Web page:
My PhD project aims to develop innovative technologies to produce sustainable chemicals from crop or forestry residues, thereby replacing those derived from petroleum or palm oil. More specifically, I am developing a microbial platform technology to convert sugars and aromatic residues that can be derived from biomass waste streams into a class of high-value oleochemicals called wax esters.

 
Lindsay Eltis
Oldenburg
Germany
UBC Public Scholars Award
 

Research Description

Our world still relies heavily on unsustainable resources and practices. Lipid-based chemicals, for example, ubiquitously used in foods, fuels, and consumer products, are predominantly derived from palm oil and petroleum. The production of these oleochemicals has significant environmental impacts; and as global demand for the products containing these chemicals rise, so will the associated environmental burden. My PhD project aims to develop innovative technologies to produce sustainable chemicals from crop or forestry residues, thereby replacing those derived from petroleum or palm oil. More specifically, I am developing a microbial platform technology to convert sugars and aromatic residues that can be derived from biomass waste streams into a class of high-value oleochemicals called wax esters. Due to their excellent lubricating and emollient properties, wax esters are widely used in the personal care and chemical lubrication industry.

What does being a Public Scholar mean to you?

Public Scholars understand and value the societal impact of their research and are determined to turn their findings into action. Public Scholars see the bigger picture of their work and do not only communicate it effectively to the public but also act on their results thereby leading the way as Agents of Change. Personally, I aim to transfer my research into technology that can help our society shift towards a bio-based, circular economy. The Public Scholars Initiative is supporting me in my vision to reimagine my PhD by incorporating my entrepreneurial activities into my degree. As a UBC Public Scholar, I am also very excited about the opportunity to leverage the extensive network that the program provides in order for me to get exposure beyond the walls of the university.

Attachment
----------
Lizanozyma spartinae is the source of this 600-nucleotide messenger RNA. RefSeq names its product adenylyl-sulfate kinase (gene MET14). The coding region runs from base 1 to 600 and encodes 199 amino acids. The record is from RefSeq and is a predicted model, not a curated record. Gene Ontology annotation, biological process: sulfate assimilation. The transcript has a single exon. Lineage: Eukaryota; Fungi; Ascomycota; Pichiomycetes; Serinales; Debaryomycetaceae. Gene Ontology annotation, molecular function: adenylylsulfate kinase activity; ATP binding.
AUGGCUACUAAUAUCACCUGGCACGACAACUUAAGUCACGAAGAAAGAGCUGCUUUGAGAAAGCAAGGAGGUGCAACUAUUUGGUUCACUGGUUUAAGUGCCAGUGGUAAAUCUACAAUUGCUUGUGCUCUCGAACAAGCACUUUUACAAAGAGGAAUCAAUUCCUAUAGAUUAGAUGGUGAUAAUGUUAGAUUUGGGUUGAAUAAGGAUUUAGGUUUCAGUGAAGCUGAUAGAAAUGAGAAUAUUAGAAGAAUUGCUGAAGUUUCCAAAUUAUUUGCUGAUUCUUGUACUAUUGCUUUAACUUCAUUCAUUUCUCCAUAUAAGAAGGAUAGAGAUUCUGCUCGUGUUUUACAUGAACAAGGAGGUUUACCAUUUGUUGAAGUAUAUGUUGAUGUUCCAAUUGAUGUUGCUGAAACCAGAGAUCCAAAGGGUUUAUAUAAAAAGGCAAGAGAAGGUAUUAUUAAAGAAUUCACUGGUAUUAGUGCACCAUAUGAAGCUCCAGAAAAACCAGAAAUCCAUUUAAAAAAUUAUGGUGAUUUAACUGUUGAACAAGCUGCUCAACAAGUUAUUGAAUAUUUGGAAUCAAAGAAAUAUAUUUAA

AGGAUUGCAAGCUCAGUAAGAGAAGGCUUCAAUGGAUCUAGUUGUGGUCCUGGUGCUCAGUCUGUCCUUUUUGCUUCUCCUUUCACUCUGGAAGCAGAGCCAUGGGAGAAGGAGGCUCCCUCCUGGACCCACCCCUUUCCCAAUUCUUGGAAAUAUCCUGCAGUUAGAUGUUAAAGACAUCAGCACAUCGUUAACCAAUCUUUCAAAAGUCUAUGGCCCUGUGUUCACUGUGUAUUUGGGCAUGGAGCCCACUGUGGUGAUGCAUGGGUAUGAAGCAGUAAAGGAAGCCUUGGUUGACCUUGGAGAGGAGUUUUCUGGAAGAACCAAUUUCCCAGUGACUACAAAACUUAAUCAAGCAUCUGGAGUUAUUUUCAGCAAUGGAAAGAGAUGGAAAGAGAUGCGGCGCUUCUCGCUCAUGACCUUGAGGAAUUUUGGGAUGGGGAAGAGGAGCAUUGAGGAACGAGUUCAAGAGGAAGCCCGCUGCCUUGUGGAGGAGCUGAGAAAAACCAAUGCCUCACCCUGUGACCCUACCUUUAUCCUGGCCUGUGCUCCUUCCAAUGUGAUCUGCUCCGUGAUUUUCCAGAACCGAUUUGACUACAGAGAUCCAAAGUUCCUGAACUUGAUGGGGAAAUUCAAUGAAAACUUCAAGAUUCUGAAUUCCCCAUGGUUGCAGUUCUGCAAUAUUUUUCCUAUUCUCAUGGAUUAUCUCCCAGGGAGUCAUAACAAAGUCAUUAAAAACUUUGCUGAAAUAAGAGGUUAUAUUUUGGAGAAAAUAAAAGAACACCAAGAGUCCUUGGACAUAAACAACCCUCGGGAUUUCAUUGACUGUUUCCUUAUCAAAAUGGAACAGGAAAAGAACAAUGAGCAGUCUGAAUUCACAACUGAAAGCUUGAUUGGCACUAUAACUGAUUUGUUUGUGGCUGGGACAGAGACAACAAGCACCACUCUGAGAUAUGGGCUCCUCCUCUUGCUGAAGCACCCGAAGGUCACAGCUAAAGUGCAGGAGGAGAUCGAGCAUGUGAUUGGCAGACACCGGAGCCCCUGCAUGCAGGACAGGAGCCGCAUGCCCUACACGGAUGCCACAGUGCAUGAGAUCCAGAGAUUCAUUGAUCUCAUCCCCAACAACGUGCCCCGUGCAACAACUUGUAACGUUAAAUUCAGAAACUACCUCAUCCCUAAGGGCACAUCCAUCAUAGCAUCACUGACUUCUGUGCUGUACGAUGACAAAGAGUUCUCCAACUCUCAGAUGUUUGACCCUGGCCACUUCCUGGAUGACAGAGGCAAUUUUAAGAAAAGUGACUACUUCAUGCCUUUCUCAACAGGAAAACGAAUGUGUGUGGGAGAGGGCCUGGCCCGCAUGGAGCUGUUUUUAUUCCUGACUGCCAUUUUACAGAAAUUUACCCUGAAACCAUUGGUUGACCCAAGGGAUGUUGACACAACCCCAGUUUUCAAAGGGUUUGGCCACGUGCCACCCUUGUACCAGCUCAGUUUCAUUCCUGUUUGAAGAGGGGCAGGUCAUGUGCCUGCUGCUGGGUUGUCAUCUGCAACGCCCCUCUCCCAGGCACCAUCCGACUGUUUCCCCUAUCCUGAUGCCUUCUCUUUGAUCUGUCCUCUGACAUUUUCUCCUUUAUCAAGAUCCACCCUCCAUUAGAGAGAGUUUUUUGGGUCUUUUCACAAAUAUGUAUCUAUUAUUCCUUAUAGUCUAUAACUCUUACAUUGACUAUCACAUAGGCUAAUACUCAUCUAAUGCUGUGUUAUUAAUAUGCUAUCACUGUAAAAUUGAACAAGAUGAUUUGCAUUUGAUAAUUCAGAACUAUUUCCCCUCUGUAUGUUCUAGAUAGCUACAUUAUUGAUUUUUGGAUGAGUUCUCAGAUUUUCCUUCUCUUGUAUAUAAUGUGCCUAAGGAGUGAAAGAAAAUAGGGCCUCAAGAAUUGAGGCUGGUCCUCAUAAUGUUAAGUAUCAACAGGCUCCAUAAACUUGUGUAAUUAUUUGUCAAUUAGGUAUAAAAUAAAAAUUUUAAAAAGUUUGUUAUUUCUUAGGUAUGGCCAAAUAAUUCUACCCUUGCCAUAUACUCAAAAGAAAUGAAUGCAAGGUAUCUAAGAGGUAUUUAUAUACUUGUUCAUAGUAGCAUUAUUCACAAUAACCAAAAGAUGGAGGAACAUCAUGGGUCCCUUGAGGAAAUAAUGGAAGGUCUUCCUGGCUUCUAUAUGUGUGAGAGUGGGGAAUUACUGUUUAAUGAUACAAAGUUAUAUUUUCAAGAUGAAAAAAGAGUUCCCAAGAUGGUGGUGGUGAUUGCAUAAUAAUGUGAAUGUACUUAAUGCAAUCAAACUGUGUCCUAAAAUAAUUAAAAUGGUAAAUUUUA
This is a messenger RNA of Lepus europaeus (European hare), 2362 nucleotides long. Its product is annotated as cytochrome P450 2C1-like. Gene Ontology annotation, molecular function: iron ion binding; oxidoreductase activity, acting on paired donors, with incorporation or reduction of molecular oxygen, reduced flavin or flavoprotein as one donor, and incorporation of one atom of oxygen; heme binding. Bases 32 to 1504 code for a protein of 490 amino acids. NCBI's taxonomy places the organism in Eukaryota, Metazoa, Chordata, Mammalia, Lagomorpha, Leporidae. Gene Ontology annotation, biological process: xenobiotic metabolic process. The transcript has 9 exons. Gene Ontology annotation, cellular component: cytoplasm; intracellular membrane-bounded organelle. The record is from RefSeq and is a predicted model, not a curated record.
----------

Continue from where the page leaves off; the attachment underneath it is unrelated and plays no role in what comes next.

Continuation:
In what ways do you think the PhD experience can be re-imagined with the Public Scholars Initiative?

I firmly believe that it is as important to put knowledge into action as it is to discover it. As PhD students within the traditional academic setting, we are expected to publish in the peer-reviewed literature but are often discouraged from engaging in knowledge translation activities beyond that. If we envision our findings to be part of the solution to a problem, we often receive little support in to developing and implementing an impactful knowledge-to-action strategy. By encouraging these activities, the PSI provides crucial support in these non-traditional PhD activities and thereby contributes to a shift in what we perceive as valuable academic efforts. The traditional academic training has essentially not changed for hundreds of years resulting in a gap between the current format of the PhD program and societal developments and the demands of an employment market outside of universities. We are still predominantly trained to enter an academic career were the only goal can be to ultimately become a tenured professor; yet, less than 20% of graduates are choosing this career path. This gap has to be addressed and the PSI is an important step in the evolution form the traditional towards a contemporary academic system. The PhD experience should also include critical and unconventional thinking. To conquer the vast environmental and political challenges we are facing today, I think it is important to re-introduce an emphasis on the ‘Ph’ in the PhD and support PhD students in their activities beyond the requirements of their degree programs.

How do you envision connecting your PhD work with broader career possibilities?